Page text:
The course of actions in which the traffic moves across a network determines how it should be protected. Thus, it’s imperative to gain contextual insight into the interdependencies of your DAAS. Detailing how specific resources interact allows you to properly enforce controls as well as provides valuable context to ensure the controls help protect your data instead of hindering your business.
Zero Trust networks are completely customized and are not made from a single, universal design but rather created around the protected surface. Once you’ve defined the protected surface and architected the flows relative to the requirements of your business, you can map out the framework, starting with a next-generation firewall. The next-generation firewall plays a key role as a segmentation gateway, creating a micro-perimeter around the protected surface. One can add an additional layer of inspection and access control with a segmentation gateway, all the way to Layer 7, for anyone trying to access resources within the protected surface.
With the help of the “Kipling Method”, you will have to create Zero Trust policies to whitelist the resources that have access to others, once the network is architected. In his poem “Six Serving Men,” Kipling, famous among novelists, puts forth the concept of “who, what, when, where, why, and how” in his poem.
With this level of granular policy enforcement, you can be sure that only known allowed traffic or legitimate application communication is allowed.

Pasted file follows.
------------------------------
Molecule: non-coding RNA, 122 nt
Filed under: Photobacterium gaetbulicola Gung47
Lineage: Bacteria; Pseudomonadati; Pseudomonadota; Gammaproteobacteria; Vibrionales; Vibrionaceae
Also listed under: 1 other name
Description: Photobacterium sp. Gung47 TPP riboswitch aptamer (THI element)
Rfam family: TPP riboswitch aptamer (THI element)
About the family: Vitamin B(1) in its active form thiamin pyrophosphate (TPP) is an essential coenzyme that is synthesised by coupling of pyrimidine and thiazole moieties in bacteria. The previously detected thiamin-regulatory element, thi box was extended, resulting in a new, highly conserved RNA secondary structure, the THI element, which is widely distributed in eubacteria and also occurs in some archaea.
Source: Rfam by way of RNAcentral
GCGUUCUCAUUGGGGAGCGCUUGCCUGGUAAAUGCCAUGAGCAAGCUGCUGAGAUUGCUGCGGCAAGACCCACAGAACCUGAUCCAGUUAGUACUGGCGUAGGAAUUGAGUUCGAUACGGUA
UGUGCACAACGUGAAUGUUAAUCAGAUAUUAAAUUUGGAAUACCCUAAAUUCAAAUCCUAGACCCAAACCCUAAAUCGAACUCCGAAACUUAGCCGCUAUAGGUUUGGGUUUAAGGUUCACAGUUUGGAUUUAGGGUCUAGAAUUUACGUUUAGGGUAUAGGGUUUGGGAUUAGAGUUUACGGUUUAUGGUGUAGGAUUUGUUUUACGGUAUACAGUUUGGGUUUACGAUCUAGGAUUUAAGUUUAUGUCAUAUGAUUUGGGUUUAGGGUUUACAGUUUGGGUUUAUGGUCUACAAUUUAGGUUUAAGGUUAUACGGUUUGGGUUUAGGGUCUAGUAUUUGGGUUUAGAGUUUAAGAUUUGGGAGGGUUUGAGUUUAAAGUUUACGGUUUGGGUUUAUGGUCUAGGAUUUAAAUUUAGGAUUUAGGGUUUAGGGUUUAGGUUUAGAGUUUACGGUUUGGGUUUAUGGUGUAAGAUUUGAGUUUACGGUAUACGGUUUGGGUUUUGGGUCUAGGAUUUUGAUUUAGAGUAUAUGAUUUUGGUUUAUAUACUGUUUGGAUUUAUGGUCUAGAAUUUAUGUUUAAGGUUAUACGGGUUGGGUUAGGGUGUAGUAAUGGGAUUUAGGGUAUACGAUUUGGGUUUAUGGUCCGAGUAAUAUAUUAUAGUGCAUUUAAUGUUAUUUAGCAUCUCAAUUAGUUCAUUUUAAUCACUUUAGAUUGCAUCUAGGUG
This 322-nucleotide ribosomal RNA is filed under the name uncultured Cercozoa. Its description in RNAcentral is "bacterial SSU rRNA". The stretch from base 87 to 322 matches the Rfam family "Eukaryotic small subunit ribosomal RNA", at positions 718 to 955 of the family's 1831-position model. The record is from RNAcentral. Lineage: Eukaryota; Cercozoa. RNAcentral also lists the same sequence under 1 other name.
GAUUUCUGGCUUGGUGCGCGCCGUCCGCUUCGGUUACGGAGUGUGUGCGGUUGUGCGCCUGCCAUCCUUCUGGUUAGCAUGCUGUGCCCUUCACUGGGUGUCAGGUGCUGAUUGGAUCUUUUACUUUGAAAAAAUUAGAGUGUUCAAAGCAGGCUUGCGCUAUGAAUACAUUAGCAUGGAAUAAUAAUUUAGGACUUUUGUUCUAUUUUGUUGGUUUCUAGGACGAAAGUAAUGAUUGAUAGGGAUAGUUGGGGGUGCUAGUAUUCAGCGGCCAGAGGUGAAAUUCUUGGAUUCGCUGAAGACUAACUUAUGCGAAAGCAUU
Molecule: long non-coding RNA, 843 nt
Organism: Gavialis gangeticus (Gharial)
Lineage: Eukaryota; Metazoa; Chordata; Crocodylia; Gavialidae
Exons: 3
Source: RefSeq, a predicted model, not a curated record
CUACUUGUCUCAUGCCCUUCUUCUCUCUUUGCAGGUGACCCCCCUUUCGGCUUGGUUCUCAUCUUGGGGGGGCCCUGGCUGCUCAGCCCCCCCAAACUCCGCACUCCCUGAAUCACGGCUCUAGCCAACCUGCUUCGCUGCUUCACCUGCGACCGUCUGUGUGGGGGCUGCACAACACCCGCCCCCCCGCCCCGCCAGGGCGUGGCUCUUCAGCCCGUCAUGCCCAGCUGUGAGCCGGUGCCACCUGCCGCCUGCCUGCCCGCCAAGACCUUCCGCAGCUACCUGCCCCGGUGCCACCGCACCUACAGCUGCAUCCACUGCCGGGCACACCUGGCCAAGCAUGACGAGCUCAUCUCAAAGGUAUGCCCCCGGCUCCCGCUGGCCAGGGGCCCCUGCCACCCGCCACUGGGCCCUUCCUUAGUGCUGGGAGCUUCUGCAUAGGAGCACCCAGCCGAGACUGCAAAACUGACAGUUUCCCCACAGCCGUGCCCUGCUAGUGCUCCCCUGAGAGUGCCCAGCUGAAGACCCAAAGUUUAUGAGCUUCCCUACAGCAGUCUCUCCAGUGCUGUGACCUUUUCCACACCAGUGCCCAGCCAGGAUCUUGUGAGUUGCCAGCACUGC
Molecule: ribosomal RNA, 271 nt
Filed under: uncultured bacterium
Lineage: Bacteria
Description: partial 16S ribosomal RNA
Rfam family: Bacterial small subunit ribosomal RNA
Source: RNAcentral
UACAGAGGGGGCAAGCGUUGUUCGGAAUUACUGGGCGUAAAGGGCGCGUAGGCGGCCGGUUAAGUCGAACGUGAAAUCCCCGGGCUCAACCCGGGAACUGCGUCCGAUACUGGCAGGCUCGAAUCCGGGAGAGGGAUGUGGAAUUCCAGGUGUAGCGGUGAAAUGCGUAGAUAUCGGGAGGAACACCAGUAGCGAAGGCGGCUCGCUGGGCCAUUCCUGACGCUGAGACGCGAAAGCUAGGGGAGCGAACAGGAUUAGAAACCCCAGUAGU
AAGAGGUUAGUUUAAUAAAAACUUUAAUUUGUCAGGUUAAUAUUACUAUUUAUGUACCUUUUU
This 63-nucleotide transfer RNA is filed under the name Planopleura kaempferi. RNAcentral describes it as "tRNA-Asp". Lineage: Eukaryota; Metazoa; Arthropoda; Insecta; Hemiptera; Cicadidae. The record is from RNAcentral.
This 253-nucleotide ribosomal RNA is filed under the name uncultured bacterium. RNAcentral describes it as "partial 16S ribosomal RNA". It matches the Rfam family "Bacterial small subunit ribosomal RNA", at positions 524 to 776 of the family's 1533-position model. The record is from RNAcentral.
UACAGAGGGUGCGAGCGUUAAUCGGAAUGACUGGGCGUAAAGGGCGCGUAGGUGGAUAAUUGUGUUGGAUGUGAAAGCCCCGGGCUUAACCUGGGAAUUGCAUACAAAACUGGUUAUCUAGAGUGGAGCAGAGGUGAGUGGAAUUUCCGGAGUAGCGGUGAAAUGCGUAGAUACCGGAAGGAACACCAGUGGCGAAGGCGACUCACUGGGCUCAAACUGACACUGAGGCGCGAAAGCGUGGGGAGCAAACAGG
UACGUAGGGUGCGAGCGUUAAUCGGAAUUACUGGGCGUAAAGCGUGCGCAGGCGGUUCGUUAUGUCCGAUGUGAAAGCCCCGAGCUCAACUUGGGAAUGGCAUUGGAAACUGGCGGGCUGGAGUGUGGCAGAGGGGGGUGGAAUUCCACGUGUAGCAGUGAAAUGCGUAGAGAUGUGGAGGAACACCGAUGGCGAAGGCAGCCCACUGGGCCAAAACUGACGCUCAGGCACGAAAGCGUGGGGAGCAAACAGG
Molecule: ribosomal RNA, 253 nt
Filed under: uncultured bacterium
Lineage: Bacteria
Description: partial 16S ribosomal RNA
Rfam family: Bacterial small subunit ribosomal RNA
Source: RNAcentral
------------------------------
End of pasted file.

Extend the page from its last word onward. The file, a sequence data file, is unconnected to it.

This is the last step that includes reviewing all the internal and external logs, all the way through Layer 7, focusing on the operational aspects of Zero Trust. Since this is an iterative process, inspecting and logging all traffic will provide important insights regarding how to improve the network over time.
It encloses the slot in multi-factor authentication (MFA) coverage by requiring explicit verification throughout the network. In place of assuming trust based on weak assurances like network locations, Zero Trust enables all available data identity, endpoint as well as network data to authenticate all access requests, regardless of where they came from or what they are accessing.
This makes it tough for hackers to hack critical systems and data by limiting users’ access to the resources, devices, and environments they need. Without widespread privileges and access, attackers don’t have many opportunities to move laterally within the network beyond an initial breach.